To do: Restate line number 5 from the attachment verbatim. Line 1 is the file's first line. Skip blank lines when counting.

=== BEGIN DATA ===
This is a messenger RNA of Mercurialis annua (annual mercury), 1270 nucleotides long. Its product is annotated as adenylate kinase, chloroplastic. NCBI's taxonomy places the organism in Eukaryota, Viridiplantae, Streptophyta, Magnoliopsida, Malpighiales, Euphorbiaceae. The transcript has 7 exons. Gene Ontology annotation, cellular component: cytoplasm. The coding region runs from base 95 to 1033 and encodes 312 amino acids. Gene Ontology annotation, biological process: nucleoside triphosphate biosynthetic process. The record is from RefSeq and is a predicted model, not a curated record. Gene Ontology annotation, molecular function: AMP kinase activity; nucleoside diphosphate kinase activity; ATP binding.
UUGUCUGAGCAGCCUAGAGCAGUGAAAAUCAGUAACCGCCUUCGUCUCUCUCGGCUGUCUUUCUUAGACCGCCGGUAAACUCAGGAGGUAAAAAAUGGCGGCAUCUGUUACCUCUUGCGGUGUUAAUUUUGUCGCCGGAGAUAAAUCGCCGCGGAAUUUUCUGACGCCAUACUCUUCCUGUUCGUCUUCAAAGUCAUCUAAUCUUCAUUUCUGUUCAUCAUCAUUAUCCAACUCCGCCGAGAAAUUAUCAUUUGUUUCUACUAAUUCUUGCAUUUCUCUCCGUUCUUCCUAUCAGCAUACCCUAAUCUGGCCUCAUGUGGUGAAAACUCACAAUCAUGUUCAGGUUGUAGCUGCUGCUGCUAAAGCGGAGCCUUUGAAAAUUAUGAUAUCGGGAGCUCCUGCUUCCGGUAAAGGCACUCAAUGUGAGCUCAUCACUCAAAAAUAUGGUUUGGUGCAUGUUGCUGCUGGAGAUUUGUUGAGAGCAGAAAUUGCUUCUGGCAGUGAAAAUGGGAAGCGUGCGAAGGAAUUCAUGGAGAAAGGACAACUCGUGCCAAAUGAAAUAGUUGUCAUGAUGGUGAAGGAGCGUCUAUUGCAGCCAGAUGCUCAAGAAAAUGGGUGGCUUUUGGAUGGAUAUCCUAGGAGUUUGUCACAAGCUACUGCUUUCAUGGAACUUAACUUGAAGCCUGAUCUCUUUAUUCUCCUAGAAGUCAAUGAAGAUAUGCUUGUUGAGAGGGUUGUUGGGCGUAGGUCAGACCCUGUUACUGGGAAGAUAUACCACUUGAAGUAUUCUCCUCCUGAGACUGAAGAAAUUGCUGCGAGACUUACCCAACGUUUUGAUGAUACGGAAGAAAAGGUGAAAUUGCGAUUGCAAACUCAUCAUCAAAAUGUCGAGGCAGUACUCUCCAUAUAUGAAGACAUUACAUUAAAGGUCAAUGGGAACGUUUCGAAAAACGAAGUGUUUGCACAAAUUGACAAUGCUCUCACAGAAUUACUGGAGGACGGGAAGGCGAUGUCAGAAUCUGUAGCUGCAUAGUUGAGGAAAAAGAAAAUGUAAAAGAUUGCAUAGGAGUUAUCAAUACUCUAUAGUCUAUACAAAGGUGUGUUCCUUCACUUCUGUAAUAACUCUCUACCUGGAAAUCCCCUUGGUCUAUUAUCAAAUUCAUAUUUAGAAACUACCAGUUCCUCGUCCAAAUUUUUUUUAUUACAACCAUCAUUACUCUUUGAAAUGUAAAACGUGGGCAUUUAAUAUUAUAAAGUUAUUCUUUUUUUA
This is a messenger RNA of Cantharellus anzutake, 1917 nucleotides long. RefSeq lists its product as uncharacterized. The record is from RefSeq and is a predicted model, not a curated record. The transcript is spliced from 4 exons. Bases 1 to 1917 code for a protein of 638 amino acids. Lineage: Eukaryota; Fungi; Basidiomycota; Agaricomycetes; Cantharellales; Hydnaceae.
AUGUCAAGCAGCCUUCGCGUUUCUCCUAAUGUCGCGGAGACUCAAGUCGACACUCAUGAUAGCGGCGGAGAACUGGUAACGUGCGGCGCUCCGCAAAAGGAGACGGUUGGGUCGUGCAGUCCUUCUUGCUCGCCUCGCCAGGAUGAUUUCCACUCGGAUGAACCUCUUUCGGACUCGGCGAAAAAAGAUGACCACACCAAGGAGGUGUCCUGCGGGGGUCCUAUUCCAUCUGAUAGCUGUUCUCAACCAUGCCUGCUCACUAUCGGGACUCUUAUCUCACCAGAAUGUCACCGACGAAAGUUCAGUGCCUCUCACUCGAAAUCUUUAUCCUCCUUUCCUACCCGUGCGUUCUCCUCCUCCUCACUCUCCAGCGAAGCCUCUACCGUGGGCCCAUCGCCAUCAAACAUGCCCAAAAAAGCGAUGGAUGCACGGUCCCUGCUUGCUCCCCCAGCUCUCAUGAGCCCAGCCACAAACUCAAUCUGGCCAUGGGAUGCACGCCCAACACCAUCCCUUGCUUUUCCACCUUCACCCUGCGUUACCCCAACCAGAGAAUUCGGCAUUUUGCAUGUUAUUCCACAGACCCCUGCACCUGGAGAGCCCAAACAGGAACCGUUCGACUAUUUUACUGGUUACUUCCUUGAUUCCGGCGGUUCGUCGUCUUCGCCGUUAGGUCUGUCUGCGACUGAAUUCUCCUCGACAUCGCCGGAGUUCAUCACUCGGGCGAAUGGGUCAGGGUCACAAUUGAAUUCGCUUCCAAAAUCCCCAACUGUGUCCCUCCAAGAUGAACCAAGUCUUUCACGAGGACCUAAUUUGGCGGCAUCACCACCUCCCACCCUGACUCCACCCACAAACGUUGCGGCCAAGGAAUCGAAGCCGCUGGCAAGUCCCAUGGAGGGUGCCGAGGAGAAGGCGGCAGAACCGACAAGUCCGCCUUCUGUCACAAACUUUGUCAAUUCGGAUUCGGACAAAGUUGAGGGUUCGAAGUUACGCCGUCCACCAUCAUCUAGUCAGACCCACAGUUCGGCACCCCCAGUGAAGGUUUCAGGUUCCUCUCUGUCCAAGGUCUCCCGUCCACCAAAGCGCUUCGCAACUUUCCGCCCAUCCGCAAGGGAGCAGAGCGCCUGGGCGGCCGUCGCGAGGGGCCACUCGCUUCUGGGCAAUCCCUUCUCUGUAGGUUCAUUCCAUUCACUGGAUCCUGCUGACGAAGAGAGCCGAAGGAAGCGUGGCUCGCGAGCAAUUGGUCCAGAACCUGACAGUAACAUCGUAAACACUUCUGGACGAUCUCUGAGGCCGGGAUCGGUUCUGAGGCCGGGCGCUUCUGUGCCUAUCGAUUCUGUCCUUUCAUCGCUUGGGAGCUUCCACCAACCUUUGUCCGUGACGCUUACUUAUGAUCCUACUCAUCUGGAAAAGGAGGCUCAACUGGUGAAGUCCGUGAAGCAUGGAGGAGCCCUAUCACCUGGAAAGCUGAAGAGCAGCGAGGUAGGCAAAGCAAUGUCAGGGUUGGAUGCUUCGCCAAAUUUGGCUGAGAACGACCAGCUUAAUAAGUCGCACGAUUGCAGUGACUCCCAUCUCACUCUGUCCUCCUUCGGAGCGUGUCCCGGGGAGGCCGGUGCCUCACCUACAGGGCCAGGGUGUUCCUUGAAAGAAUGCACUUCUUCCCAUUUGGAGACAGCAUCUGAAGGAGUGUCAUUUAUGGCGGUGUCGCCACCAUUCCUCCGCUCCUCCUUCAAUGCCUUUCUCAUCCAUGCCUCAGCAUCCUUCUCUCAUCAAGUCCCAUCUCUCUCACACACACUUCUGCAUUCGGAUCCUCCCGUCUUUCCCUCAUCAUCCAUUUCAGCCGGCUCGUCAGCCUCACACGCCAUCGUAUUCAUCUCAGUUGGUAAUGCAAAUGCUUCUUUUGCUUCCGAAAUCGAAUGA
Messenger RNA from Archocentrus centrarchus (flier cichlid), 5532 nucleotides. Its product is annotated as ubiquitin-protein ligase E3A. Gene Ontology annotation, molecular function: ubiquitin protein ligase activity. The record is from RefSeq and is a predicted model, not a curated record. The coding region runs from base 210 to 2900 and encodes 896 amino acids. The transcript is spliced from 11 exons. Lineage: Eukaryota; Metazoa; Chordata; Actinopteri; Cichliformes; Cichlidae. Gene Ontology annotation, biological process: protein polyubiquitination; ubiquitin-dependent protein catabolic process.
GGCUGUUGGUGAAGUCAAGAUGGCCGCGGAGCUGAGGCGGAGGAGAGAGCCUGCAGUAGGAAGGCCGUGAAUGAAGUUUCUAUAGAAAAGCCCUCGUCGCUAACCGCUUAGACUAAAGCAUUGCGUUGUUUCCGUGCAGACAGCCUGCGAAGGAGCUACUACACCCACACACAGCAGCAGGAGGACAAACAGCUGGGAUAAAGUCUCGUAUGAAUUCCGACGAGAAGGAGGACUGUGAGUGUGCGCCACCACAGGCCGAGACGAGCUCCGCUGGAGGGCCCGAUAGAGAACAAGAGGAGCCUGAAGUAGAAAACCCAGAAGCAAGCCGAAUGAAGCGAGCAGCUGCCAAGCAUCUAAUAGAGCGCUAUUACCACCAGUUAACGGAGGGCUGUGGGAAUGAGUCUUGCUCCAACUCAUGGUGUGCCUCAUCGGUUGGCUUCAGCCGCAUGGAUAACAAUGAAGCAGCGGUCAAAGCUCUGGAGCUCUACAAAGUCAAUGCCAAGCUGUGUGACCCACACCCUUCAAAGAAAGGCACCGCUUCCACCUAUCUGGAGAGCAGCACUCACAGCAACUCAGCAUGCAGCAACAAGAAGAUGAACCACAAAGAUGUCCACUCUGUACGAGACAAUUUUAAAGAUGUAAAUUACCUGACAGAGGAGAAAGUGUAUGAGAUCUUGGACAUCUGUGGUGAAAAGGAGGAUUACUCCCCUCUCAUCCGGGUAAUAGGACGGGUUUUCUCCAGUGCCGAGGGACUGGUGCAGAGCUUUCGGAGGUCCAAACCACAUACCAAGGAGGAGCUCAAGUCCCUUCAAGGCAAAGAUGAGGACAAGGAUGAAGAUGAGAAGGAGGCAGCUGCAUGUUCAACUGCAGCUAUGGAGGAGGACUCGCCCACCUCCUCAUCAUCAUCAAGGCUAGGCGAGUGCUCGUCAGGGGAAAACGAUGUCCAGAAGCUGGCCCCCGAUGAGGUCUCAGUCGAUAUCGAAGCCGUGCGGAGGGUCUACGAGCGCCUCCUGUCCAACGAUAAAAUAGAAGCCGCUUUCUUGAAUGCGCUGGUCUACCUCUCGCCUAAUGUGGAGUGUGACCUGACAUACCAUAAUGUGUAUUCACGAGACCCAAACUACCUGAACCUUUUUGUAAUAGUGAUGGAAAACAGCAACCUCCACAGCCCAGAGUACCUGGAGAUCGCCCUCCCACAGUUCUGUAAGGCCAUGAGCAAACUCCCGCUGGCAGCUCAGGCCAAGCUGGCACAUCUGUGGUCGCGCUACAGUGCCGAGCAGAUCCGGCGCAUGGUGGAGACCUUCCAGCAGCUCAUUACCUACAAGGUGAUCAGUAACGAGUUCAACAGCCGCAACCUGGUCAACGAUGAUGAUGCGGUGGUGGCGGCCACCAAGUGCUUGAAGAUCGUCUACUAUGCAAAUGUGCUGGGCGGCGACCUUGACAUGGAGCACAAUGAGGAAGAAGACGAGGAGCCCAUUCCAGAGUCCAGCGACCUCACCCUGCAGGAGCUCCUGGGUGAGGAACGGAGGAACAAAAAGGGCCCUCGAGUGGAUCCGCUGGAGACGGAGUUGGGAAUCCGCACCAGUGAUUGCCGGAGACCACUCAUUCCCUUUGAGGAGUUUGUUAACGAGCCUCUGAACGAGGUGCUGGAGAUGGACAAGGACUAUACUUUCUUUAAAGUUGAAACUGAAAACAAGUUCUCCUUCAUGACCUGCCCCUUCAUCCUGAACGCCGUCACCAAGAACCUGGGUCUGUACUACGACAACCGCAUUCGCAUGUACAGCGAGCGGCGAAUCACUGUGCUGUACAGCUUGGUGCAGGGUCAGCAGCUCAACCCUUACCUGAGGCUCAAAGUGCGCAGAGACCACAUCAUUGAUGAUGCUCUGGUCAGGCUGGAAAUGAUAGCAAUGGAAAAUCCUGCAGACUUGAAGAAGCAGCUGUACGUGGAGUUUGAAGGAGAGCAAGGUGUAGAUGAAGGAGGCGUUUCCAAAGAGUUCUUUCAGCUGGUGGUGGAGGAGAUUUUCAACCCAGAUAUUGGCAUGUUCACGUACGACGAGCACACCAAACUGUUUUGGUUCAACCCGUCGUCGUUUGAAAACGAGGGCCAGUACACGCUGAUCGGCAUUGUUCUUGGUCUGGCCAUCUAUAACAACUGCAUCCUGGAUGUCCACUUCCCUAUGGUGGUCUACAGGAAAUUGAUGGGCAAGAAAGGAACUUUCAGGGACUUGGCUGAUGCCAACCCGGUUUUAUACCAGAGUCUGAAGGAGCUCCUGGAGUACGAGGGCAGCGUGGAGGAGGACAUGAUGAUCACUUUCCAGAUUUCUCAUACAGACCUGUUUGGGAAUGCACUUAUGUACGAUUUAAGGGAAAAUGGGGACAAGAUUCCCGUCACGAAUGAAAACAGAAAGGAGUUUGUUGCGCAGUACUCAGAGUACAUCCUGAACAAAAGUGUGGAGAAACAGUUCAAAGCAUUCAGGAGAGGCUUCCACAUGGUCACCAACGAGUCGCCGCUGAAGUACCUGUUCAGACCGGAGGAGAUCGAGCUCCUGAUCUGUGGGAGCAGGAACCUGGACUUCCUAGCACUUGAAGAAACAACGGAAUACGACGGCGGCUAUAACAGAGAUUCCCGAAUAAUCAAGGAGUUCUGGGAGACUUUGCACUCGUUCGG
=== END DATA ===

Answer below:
Messenger RNA from Archocentrus centrarchus (flier cichlid), 5532 nucleotides. Its product is annotated as ubiquitin-protein ligase E3A. Gene Ontology annotation, molecular function: ubiquitin protein ligase activity. The record is from RefSeq and is a predicted model, not a curated record. The coding region runs from base 210 to 2900 and encodes 896 amino acids. The transcript is spliced from 11 exons. Lineage: Eukaryota; Metazoa; Chordata; Actinopteri; Cichliformes; Cichlidae. Gene Ontology annotation, biological process: protein polyubiquitination; ubiquitin-dependent protein catabolic process.